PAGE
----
PI Original Mose Buchele Tuesday March 25th, 2008, 2:19pm

On Biodiesel, It's Time To Look Beyond Corn

The argument that biodiesel is the answer to our national energy crisis took another hit this month when the Proceedings of the National Academy of Science reported that the alternative fuel is having a disastrous effect in the Gulf of Mexico. Fertilizers used to grow corn ...

The argument that biodiesel is the answer to our national energy crisis took another hit this month when the Proceedings of the National Academy of Science reported that the alternative fuel is having a disastrous effect in the Gulf of Mexico. Fertilizers used to grow corn for biodiesel drain into the Mississippi River, eventually finding their way into the Gulf where they encourage colossal algae "blooms." These explosions of algae deprive the sea of oxygen with horrific results:

This condition, called hypoxia, prevents animals that depend on oxygen, such as fish or shrimp, from living in those waters. In recent years, this so-called "dead zone" has grown to the size of New Jersey — about 20,000 square kilometers (7,700 square miles) — each summer.

While the devastation is occurring about a 1000 miles away, corn-based biodiesel is an Illinois issue. The state has long been one of the nation's biggest corn producers and has recently ramped up its production to meet national goals on biodiesel production. In the last two years, the corn belt has produced more of its trademark crop than any time since World War II. And that means more and more damaging runoff into the Mississippi.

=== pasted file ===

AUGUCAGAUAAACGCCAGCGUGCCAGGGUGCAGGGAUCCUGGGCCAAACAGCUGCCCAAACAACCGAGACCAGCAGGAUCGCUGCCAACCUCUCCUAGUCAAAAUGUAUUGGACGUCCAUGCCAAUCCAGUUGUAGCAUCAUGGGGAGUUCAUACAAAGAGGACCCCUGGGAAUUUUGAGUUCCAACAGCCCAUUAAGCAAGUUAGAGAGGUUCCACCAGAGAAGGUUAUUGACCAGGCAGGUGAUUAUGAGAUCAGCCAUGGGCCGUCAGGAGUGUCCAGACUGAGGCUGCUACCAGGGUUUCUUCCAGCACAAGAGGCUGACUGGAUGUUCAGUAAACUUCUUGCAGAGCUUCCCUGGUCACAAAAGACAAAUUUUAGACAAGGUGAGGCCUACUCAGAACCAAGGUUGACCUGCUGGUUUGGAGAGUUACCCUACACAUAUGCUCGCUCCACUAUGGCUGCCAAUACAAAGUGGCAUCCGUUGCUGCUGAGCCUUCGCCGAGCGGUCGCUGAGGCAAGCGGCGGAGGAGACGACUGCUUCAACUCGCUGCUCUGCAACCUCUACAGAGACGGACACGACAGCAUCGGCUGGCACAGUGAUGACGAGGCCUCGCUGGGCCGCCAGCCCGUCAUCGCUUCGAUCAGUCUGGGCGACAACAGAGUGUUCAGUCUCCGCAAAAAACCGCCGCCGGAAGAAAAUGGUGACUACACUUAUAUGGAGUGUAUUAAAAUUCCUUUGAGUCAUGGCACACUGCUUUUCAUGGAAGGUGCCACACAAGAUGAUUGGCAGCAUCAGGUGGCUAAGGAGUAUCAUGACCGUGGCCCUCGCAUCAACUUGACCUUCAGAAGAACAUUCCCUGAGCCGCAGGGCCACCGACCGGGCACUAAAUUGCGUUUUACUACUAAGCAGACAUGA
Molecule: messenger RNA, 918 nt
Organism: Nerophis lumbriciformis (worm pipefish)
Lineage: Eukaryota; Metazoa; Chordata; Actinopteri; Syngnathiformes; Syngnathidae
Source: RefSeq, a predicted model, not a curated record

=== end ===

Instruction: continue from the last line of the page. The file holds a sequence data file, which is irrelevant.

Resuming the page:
The news about the negative evironmental effects of all this biodiesel production has been treated with outright glee in some conservative circles. Anti-environmentalists at the Illinois Review have pointed to setbacks in the search for environmentally-friendly fuel sources as proof that the U.S. should do everything from drill in the Arctic National Wildlife Refuge to build more nuclear power plants (and let's not forget the so-called "Clean Coal" technology).

But before they declare victory against biodiesel technology, the strip-mine crowd might want to remember that there are other biodiesel sources that don't require the use of harmful fertilizers:

Bruce Dale of Michigan State University, who has worked on the development of ethanol from cellulose (for example, grasses, wood chips and crop waste) for the past 30 years says that the industry is increasingly moving away from corn to cellulosic ethanol because it is more energy efficient and more environmentally-friendly, but that "without corn-based ethanol, we would have had a much more difficult time in moving cellulosic ethanol forward."

If farmers grew other biodiesel crops like switch grass or even certain trees, runoff to the Mississippi river would be greatly mitigated.

It will take a great amount of political will to encourage the growth of other biodiesel crops in the corn belt, as federal subsidies aimed at the crop provide heavy incentives for farmers. But if policymakers can encourage biodiesel-friendly crops, it would be a great step forward in our quest for environmentally friendly energy independence.

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